Grease fitting

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Grease fitting on a bearing
A grease nipple on the driver's door of a 1956 VW Beetle

A grease fitting, grease nipple, Zerk fitting, grease zerk, or Alemite fitting is a metal fitting used in mechanical systems to feed lubricants, usually lubricating grease, into a bearing under moderate to high pressure using a grease gun.


Grease fittings are permanently installed by either a (taper) thread or straight push-fit ('hammer in') arrangement, leaving a nipple connection that a grease gun attaches to. The pressure supplied by the grease gun forces a small captive bearing ball in the fitting to move back against the force of its retaining spring. The arrangement is thus essentially a valve that opens under pressure to allow lubricant to pass through a channel and be forced into the voids of the bearing. When the pressure ceases, the ball returns to its closed position. The ball excludes dirt and functions as a check valve to prevent grease escaping back out of the fitting. The ball is almost flush with the surface of the fitting so that it can be wiped clean to reduce the amount of debris carried with the grease into the bearing.

The common convex shape of the fitting allows the simple concave tip of the grease gun to seal against the fitting easily from many angles, yet with a sufficiently tight seal to force the pressured grease to move the ball and enter the fitting, rather than simply oozing past this temporary annular (ring-shaped) seal. For higher pressure greasing, the grease gun end latches onto the nipple and sealing is effected as a butt joint. If this type of gun end is not perfectly aligned with the nipple, they leak. Once greasing is completed, the latched on nozzle can be released by angling the nozzle over to break the seal with the nipple. Once the seal is broken, the pressure in the nozzle is released thus releasing the latching fingers.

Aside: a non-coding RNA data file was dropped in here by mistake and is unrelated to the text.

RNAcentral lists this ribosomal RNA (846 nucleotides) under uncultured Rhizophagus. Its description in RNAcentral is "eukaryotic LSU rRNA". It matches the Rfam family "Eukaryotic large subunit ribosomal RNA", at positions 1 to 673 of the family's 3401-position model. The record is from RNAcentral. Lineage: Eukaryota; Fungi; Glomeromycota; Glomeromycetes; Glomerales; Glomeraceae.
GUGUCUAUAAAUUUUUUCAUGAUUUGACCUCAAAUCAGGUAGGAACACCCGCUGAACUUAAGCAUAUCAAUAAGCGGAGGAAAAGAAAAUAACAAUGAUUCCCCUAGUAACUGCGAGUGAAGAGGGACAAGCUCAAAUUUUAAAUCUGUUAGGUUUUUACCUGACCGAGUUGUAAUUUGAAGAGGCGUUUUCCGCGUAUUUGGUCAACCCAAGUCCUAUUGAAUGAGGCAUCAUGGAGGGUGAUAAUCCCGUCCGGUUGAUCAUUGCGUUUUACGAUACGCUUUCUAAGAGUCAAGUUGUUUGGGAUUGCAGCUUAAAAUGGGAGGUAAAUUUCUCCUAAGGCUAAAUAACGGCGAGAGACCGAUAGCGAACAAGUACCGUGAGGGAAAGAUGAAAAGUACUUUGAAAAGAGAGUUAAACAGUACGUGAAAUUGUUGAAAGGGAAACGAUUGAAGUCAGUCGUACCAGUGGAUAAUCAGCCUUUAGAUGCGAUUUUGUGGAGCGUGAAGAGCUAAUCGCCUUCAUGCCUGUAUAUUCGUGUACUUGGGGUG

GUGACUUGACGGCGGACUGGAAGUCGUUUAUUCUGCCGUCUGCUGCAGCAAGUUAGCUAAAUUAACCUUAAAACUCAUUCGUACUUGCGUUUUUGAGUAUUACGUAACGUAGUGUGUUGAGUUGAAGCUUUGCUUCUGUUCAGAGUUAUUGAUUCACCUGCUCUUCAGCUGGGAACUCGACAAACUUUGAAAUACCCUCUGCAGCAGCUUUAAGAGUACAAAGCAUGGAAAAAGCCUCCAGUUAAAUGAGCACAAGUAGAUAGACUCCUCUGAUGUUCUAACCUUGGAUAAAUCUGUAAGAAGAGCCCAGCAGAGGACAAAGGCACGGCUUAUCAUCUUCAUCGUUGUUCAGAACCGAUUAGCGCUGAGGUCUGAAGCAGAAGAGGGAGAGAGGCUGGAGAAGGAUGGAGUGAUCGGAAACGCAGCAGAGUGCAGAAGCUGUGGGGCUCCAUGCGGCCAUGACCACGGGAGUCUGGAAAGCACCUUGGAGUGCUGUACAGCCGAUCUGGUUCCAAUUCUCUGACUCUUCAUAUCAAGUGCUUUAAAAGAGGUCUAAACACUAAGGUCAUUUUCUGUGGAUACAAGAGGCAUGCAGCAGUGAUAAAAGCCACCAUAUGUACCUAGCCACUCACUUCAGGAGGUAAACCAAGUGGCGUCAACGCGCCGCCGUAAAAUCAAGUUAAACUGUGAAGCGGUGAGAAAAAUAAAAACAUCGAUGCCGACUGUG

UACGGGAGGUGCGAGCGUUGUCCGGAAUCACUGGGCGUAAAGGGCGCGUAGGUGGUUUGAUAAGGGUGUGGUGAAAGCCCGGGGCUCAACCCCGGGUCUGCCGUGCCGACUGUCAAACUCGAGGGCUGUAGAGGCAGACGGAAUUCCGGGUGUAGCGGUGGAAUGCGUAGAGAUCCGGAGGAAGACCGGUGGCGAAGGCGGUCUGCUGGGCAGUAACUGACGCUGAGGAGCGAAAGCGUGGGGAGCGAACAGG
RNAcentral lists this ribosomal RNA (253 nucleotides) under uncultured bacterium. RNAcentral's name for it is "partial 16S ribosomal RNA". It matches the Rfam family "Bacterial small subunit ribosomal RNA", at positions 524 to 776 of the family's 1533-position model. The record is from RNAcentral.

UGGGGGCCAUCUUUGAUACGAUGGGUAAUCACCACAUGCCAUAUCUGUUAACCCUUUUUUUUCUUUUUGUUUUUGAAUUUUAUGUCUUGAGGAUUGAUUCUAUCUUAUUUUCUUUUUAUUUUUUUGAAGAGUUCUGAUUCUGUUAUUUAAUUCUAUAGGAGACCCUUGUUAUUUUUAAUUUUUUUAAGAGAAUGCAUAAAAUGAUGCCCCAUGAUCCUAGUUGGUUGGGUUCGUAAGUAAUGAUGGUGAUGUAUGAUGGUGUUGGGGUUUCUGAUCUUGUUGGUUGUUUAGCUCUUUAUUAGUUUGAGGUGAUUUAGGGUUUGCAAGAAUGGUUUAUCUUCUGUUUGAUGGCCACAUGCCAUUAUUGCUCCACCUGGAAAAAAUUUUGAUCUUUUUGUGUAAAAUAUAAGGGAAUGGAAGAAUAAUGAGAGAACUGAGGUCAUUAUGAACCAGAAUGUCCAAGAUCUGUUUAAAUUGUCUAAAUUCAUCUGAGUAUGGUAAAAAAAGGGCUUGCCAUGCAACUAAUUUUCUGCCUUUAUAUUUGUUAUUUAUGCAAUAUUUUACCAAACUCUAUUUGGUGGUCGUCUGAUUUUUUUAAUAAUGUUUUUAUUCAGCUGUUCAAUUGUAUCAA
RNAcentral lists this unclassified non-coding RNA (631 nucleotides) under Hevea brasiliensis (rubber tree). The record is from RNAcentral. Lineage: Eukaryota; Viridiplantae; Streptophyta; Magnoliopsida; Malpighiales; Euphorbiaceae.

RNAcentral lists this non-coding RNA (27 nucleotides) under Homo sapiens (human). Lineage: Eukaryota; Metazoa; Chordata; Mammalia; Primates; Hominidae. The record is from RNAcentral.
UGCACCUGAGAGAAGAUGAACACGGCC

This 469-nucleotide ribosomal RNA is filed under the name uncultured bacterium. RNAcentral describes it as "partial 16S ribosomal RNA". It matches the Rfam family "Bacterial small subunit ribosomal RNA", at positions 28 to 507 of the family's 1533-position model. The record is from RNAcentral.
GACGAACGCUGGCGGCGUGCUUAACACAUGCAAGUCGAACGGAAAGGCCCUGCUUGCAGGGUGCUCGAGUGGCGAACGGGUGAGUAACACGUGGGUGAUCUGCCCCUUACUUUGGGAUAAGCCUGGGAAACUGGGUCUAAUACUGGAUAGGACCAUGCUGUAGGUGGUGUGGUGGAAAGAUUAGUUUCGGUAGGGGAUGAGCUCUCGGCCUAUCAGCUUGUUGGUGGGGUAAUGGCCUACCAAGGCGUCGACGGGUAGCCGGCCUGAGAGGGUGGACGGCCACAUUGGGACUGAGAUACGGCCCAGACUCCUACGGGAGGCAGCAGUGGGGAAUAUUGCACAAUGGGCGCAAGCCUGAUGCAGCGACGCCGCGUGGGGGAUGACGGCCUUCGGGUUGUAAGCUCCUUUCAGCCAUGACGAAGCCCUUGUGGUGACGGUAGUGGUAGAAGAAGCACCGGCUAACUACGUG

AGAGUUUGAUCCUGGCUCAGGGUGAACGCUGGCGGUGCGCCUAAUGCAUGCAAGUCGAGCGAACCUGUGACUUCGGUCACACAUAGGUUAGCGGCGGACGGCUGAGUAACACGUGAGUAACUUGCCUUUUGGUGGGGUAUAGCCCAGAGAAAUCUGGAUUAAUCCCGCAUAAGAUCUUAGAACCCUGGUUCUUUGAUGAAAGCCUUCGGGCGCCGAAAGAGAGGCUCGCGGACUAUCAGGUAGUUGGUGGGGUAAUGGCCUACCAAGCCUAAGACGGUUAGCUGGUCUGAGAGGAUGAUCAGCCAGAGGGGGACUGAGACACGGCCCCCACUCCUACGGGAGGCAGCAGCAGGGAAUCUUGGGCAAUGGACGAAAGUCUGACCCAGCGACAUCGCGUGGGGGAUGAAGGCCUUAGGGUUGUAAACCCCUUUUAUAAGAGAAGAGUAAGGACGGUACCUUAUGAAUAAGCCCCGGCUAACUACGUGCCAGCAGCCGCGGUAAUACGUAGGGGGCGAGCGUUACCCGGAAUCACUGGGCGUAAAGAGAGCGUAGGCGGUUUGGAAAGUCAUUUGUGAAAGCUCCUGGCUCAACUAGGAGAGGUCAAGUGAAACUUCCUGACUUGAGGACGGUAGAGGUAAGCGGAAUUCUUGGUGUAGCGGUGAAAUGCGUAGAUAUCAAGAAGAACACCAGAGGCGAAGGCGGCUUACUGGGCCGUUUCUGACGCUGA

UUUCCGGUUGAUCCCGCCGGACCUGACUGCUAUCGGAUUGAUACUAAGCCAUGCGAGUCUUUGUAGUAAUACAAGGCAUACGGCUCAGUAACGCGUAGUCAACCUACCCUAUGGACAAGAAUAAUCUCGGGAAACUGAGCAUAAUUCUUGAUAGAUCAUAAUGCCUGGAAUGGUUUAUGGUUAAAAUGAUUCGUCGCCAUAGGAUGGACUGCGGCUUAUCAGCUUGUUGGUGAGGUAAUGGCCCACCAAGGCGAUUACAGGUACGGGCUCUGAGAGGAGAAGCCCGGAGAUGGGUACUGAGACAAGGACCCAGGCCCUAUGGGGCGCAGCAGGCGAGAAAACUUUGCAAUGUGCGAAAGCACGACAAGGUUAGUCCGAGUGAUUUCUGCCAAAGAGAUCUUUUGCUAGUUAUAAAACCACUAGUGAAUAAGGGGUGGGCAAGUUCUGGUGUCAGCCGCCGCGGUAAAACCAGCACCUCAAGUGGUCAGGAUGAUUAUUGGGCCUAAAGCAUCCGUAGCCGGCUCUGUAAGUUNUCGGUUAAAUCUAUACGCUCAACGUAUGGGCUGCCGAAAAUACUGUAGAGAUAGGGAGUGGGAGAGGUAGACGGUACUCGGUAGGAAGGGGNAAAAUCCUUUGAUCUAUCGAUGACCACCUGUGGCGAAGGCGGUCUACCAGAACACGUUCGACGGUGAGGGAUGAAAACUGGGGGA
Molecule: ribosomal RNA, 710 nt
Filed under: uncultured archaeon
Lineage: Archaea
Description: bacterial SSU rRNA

A less common design has a few names including 'button head', 'threepenny bit', 'flat' and 'tat head'. These are a larger nipple head with a flat sealing surface which overhangs the body of the nipple allowing the grease gun end to be hooked onto the nipple with a sliding action which wipes the nipple surface as it's attached. The grease gun hose is usually at a sharp angle (e.g. 70-90°) to the axis of the nipple but can be approached from any azimuthal angle. It is not possible for grease pressure to force this type of connector away from the nipple.

Grease fittings are commonly made from zinc-plated steel, stainless steel, or brass.


Alemite Lubricator Company advertisement in the Saturday Evening Post, 1921. At the time of this advertisement, the fittings were of the flat-top type, but Zerk fittings would soon appear.

The patent for the Zerk fitting was granted to Oscar U. Zerk in January 1929, and the assignee was the Alemite Manufacturing Corporation.[1] Alemite had already been marketing, since 1919,[2] ball check valves to accept grease supplied under pressure from a grease gun, such as for car and truck chassis lubrication points, both for OEM installations and for aftermarket upgrade kits which would screw in as replacements for stock grease cups, but Zerk's fitting was an improved style, less vulnerable to dirt and more forgiving of angled approach. Today, many companies make these grease fittings.

Before Zerk fittings existed, bearings were lubricated in various other ways that tended to be more maintenance-intensive and often provided less effective lubrication. For example, a typical machinery bearing of the 19th and early 20th centuries was a plain bearing with a cross-drilled hole to receive oil or grease, with no clever fitting at its mouth, or at best a cap or cup. Often lubricant was delivered under no more pressure than gravity or a finger push might provide. For example, oil was gravity-fed into the hole, or grease was pushed in. Grease guns to feed the grease with higher pressure existed,[1] but their pre-Zerk fittings were not as good for making clean, sealed contact easily, and they were less widely used than today.